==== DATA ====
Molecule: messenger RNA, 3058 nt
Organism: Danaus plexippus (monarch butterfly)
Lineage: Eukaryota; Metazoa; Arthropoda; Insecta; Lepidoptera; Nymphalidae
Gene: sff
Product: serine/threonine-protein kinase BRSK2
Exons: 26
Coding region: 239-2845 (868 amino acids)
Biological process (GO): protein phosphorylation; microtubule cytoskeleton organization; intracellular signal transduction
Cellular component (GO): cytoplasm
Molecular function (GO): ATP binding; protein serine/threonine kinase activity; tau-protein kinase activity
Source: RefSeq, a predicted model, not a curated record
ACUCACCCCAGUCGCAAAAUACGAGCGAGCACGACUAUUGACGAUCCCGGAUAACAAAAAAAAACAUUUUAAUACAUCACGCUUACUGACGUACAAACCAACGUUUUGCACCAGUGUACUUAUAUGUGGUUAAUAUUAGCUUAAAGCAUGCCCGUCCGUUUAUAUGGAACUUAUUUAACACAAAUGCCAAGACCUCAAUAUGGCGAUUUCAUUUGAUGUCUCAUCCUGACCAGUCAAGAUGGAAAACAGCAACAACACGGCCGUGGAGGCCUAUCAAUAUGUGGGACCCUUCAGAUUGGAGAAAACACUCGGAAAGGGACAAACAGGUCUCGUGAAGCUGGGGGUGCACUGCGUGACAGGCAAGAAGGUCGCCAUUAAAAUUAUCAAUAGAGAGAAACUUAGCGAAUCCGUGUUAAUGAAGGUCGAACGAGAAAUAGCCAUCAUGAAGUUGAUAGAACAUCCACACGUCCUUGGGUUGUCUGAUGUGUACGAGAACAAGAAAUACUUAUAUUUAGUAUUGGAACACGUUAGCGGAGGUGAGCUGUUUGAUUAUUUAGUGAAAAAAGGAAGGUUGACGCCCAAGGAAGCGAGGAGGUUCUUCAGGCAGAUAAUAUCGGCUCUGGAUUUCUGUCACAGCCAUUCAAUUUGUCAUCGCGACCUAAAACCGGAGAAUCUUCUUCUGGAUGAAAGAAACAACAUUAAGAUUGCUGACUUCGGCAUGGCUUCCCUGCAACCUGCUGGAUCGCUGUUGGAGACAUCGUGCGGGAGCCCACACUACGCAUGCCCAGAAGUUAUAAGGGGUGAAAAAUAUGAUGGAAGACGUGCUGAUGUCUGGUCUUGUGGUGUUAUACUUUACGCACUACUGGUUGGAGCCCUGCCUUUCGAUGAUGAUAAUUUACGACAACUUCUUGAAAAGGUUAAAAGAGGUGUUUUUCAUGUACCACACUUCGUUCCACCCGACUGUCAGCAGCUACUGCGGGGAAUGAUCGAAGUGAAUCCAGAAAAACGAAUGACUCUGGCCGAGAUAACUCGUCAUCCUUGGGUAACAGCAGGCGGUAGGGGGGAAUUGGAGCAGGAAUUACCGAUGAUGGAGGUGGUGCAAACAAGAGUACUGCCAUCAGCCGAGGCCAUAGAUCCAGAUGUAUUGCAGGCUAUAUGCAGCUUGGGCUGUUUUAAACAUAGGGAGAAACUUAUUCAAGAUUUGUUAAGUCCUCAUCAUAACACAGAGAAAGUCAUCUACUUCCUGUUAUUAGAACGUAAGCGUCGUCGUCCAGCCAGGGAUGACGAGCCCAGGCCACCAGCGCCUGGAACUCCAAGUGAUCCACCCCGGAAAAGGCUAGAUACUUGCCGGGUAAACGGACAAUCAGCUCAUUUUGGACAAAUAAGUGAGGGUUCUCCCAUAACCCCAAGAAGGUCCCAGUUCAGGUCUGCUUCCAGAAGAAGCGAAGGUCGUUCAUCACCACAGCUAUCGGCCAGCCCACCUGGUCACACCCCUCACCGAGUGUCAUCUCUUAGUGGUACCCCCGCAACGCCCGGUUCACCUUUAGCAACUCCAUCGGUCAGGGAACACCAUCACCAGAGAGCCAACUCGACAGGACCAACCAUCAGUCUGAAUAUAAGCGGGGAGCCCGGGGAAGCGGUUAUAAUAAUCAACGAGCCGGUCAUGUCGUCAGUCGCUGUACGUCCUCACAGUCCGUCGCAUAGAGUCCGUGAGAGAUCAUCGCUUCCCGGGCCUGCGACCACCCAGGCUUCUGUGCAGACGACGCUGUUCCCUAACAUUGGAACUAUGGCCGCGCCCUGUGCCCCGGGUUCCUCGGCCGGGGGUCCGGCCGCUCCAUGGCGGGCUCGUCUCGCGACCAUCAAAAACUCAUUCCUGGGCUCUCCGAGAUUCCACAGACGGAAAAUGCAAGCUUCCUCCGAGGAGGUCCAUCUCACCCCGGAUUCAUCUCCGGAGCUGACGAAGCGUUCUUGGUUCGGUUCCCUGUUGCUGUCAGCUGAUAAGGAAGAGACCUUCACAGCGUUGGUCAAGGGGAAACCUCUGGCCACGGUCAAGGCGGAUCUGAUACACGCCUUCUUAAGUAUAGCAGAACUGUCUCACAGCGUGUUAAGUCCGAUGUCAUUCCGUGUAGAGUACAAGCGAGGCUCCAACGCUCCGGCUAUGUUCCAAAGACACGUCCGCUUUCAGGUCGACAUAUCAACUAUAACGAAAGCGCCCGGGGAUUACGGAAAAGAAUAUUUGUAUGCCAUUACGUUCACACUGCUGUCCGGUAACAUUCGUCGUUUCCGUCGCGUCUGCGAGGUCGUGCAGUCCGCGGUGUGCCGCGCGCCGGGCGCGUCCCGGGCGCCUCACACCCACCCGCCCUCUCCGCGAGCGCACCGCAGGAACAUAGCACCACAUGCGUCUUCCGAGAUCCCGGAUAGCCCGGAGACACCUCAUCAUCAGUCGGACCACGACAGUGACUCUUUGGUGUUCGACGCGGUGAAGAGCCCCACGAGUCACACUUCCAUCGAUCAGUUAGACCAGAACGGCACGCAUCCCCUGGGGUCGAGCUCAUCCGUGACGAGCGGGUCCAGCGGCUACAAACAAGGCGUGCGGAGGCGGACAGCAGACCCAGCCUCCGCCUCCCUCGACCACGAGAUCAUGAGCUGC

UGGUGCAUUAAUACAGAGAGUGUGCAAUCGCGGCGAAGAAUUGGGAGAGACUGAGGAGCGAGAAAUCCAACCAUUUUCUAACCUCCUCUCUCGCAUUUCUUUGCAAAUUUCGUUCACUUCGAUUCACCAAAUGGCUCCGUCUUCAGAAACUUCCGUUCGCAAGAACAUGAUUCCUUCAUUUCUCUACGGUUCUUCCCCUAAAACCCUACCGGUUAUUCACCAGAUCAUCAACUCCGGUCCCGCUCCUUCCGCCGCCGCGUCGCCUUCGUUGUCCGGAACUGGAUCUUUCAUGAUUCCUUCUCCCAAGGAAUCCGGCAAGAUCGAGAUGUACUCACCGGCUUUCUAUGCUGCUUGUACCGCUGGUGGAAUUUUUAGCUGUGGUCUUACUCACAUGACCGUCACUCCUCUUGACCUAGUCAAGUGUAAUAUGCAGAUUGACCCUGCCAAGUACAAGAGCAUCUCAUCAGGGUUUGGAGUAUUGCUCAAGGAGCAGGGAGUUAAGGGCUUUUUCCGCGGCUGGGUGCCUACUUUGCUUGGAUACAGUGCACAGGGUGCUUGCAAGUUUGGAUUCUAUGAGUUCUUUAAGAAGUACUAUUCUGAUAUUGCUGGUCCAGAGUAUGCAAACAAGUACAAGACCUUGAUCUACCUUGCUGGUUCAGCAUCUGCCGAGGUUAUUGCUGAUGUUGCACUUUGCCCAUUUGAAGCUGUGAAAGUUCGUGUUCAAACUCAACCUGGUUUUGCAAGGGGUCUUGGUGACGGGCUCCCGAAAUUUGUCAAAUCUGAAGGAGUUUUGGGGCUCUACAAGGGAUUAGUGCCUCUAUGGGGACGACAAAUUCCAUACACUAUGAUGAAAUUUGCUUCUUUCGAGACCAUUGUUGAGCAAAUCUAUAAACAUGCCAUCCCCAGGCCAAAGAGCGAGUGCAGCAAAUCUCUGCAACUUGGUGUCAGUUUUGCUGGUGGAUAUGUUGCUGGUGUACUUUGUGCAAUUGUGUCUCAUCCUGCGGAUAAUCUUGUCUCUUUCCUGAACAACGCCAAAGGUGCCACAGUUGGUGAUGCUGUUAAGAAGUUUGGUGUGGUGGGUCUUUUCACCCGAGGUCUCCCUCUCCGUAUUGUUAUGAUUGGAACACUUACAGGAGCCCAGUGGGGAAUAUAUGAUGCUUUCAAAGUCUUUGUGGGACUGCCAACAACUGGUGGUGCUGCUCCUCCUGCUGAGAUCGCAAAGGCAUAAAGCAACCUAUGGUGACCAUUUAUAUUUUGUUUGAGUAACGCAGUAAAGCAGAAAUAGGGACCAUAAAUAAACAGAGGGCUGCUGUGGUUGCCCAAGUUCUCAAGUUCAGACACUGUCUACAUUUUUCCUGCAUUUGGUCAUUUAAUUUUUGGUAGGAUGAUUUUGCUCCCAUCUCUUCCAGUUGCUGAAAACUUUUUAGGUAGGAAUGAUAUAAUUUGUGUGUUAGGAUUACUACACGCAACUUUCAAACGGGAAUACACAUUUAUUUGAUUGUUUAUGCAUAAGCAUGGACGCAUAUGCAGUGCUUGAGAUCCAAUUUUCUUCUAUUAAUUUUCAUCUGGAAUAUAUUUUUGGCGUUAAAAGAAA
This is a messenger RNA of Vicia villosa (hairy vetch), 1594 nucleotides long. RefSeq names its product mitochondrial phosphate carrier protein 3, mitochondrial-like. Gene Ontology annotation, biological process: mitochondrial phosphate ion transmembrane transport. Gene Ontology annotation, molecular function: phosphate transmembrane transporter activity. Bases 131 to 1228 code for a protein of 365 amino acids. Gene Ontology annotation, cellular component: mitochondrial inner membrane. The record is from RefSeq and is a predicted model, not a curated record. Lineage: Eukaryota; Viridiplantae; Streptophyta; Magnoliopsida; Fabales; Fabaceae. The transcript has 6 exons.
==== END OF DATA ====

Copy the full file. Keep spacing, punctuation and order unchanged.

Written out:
Molecule: messenger RNA, 3058 nt
Organism: Danaus plexippus (monarch butterfly)
Lineage: Eukaryota; Metazoa; Arthropoda; Insecta; Lepidoptera; Nymphalidae
Gene: sff
Product: serine/threonine-protein kinase BRSK2
Exons: 26
Coding region: 239-2845 (868 amino acids)
Biological process (GO): protein phosphorylation; microtubule cytoskeleton organization; intracellular signal transduction
Cellular component (GO): cytoplasm
Molecular function (GO): ATP binding; protein serine/threonine kinase activity; tau-protein kinase activity
Source: RefSeq, a predicted model, not a curated record
ACUCACCCCAGUCGCAAAAUACGAGCGAGCACGACUAUUGACGAUCCCGGAUAACAAAAAAAAACAUUUUAAUACAUCACGCUUACUGACGUACAAACCAACGUUUUGCACCAGUGUACUUAUAUGUGGUUAAUAUUAGCUUAAAGCAUGCCCGUCCGUUUAUAUGGAACUUAUUUAACACAAAUGCCAAGACCUCAAUAUGGCGAUUUCAUUUGAUGUCUCAUCCUGACCAGUCAAGAUGGAAAACAGCAACAACACGGCCGUGGAGGCCUAUCAAUAUGUGGGACCCUUCAGAUUGGAGAAAACACUCGGAAAGGGACAAACAGGUCUCGUGAAGCUGGGGGUGCACUGCGUGACAGGCAAGAAGGUCGCCAUUAAAAUUAUCAAUAGAGAGAAACUUAGCGAAUCCGUGUUAAUGAAGGUCGAACGAGAAAUAGCCAUCAUGAAGUUGAUAGAACAUCCACACGUCCUUGGGUUGUCUGAUGUGUACGAGAACAAGAAAUACUUAUAUUUAGUAUUGGAACACGUUAGCGGAGGUGAGCUGUUUGAUUAUUUAGUGAAAAAAGGAAGGUUGACGCCCAAGGAAGCGAGGAGGUUCUUCAGGCAGAUAAUAUCGGCUCUGGAUUUCUGUCACAGCCAUUCAAUUUGUCAUCGCGACCUAAAACCGGAGAAUCUUCUUCUGGAUGAAAGAAACAACAUUAAGAUUGCUGACUUCGGCAUGGCUUCCCUGCAACCUGCUGGAUCGCUGUUGGAGACAUCGUGCGGGAGCCCACACUACGCAUGCCCAGAAGUUAUAAGGGGUGAAAAAUAUGAUGGAAGACGUGCUGAUGUCUGGUCUUGUGGUGUUAUACUUUACGCACUACUGGUUGGAGCCCUGCCUUUCGAUGAUGAUAAUUUACGACAACUUCUUGAAAAGGUUAAAAGAGGUGUUUUUCAUGUACCACACUUCGUUCCACCCGACUGUCAGCAGCUACUGCGGGGAAUGAUCGAAGUGAAUCCAGAAAAACGAAUGACUCUGGCCGAGAUAACUCGUCAUCCUUGGGUAACAGCAGGCGGUAGGGGGGAAUUGGAGCAGGAAUUACCGAUGAUGGAGGUGGUGCAAACAAGAGUACUGCCAUCAGCCGAGGCCAUAGAUCCAGAUGUAUUGCAGGCUAUAUGCAGCUUGGGCUGUUUUAAACAUAGGGAGAAACUUAUUCAAGAUUUGUUAAGUCCUCAUCAUAACACAGAGAAAGUCAUCUACUUCCUGUUAUUAGAACGUAAGCGUCGUCGUCCAGCCAGGGAUGACGAGCCCAGGCCACCAGCGCCUGGAACUCCAAGUGAUCCACCCCGGAAAAGGCUAGAUACUUGCCGGGUAAACGGACAAUCAGCUCAUUUUGGACAAAUAAGUGAGGGUUCUCCCAUAACCCCAAGAAGGUCCCAGUUCAGGUCUGCUUCCAGAAGAAGCGAAGGUCGUUCAUCACCACAGCUAUCGGCCAGCCCACCUGGUCACACCCCUCACCGAGUGUCAUCUCUUAGUGGUACCCCCGCAACGCCCGGUUCACCUUUAGCAACUCCAUCGGUCAGGGAACACCAUCACCAGAGAGCCAACUCGACAGGACCAACCAUCAGUCUGAAUAUAAGCGGGGAGCCCGGGGAAGCGGUUAUAAUAAUCAACGAGCCGGUCAUGUCGUCAGUCGCUGUACGUCCUCACAGUCCGUCGCAUAGAGUCCGUGAGAGAUCAUCGCUUCCCGGGCCUGCGACCACCCAGGCUUCUGUGCAGACGACGCUGUUCCCUAACAUUGGAACUAUGGCCGCGCCCUGUGCCCCGGGUUCCUCGGCCGGGGGUCCGGCCGCUCCAUGGCGGGCUCGUCUCGCGACCAUCAAAAACUCAUUCCUGGGCUCUCCGAGAUUCCACAGACGGAAAAUGCAAGCUUCCUCCGAGGAGGUCCAUCUCACCCCGGAUUCAUCUCCGGAGCUGACGAAGCGUUCUUGGUUCGGUUCCCUGUUGCUGUCAGCUGAUAAGGAAGAGACCUUCACAGCGUUGGUCAAGGGGAAACCUCUGGCCACGGUCAAGGCGGAUCUGAUACACGCCUUCUUAAGUAUAGCAGAACUGUCUCACAGCGUGUUAAGUCCGAUGUCAUUCCGUGUAGAGUACAAGCGAGGCUCCAACGCUCCGGCUAUGUUCCAAAGACACGUCCGCUUUCAGGUCGACAUAUCAACUAUAACGAAAGCGCCCGGGGAUUACGGAAAAGAAUAUUUGUAUGCCAUUACGUUCACACUGCUGUCCGGUAACAUUCGUCGUUUCCGUCGCGUCUGCGAGGUCGUGCAGUCCGCGGUGUGCCGCGCGCCGGGCGCGUCCCGGGCGCCUCACACCCACCCGCCCUCUCCGCGAGCGCACCGCAGGAACAUAGCACCACAUGCGUCUUCCGAGAUCCCGGAUAGCCCGGAGACACCUCAUCAUCAGUCGGACCACGACAGUGACUCUUUGGUGUUCGACGCGGUGAAGAGCCCCACGAGUCACACUUCCAUCGAUCAGUUAGACCAGAACGGCACGCAUCCCCUGGGGUCGAGCUCAUCCGUGACGAGCGGGUCCAGCGGCUACAAACAAGGCGUGCGGAGGCGGACAGCAGACCCAGCCUCCGCCUCCCUCGACCACGAGAUCAUGAGCUGC

UGGUGCAUUAAUACAGAGAGUGUGCAAUCGCGGCGAAGAAUUGGGAGAGACUGAGGAGCGAGAAAUCCAACCAUUUUCUAACCUCCUCUCUCGCAUUUCUUUGCAAAUUUCGUUCACUUCGAUUCACCAAAUGGCUCCGUCUUCAGAAACUUCCGUUCGCAAGAACAUGAUUCCUUCAUUUCUCUACGGUUCUUCCCCUAAAACCCUACCGGUUAUUCACCAGAUCAUCAACUCCGGUCCCGCUCCUUCCGCCGCCGCGUCGCCUUCGUUGUCCGGAACUGGAUCUUUCAUGAUUCCUUCUCCCAAGGAAUCCGGCAAGAUCGAGAUGUACUCACCGGCUUUCUAUGCUGCUUGUACCGCUGGUGGAAUUUUUAGCUGUGGUCUUACUCACAUGACCGUCACUCCUCUUGACCUAGUCAAGUGUAAUAUGCAGAUUGACCCUGCCAAGUACAAGAGCAUCUCAUCAGGGUUUGGAGUAUUGCUCAAGGAGCAGGGAGUUAAGGGCUUUUUCCGCGGCUGGGUGCCUACUUUGCUUGGAUACAGUGCACAGGGUGCUUGCAAGUUUGGAUUCUAUGAGUUCUUUAAGAAGUACUAUUCUGAUAUUGCUGGUCCAGAGUAUGCAAACAAGUACAAGACCUUGAUCUACCUUGCUGGUUCAGCAUCUGCCGAGGUUAUUGCUGAUGUUGCACUUUGCCCAUUUGAAGCUGUGAAAGUUCGUGUUCAAACUCAACCUGGUUUUGCAAGGGGUCUUGGUGACGGGCUCCCGAAAUUUGUCAAAUCUGAAGGAGUUUUGGGGCUCUACAAGGGAUUAGUGCCUCUAUGGGGACGACAAAUUCCAUACACUAUGAUGAAAUUUGCUUCUUUCGAGACCAUUGUUGAGCAAAUCUAUAAACAUGCCAUCCCCAGGCCAAAGAGCGAGUGCAGCAAAUCUCUGCAACUUGGUGUCAGUUUUGCUGGUGGAUAUGUUGCUGGUGUACUUUGUGCAAUUGUGUCUCAUCCUGCGGAUAAUCUUGUCUCUUUCCUGAACAACGCCAAAGGUGCCACAGUUGGUGAUGCUGUUAAGAAGUUUGGUGUGGUGGGUCUUUUCACCCGAGGUCUCCCUCUCCGUAUUGUUAUGAUUGGAACACUUACAGGAGCCCAGUGGGGAAUAUAUGAUGCUUUCAAAGUCUUUGUGGGACUGCCAACAACUGGUGGUGCUGCUCCUCCUGCUGAGAUCGCAAAGGCAUAAAGCAACCUAUGGUGACCAUUUAUAUUUUGUUUGAGUAACGCAGUAAAGCAGAAAUAGGGACCAUAAAUAAACAGAGGGCUGCUGUGGUUGCCCAAGUUCUCAAGUUCAGACACUGUCUACAUUUUUCCUGCAUUUGGUCAUUUAAUUUUUGGUAGGAUGAUUUUGCUCCCAUCUCUUCCAGUUGCUGAAAACUUUUUAGGUAGGAAUGAUAUAAUUUGUGUGUUAGGAUUACUACACGCAACUUUCAAACGGGAAUACACAUUUAUUUGAUUGUUUAUGCAUAAGCAUGGACGCAUAUGCAGUGCUUGAGAUCCAAUUUUCUUCUAUUAAUUUUCAUCUGGAAUAUAUUUUUGGCGUUAAAAGAAA
This is a messenger RNA of Vicia villosa (hairy vetch), 1594 nucleotides long. RefSeq names its product mitochondrial phosphate carrier protein 3, mitochondrial-like. Gene Ontology annotation, biological process: mitochondrial phosphate ion transmembrane transport. Gene Ontology annotation, molecular function: phosphate transmembrane transporter activity. Bases 131 to 1228 code for a protein of 365 amino acids. Gene Ontology annotation, cellular component: mitochondrial inner membrane. The record is from RefSeq and is a predicted model, not a curated record. Lineage: Eukaryota; Viridiplantae; Streptophyta; Magnoliopsida; Fabales; Fabaceae. The transcript has 6 exons.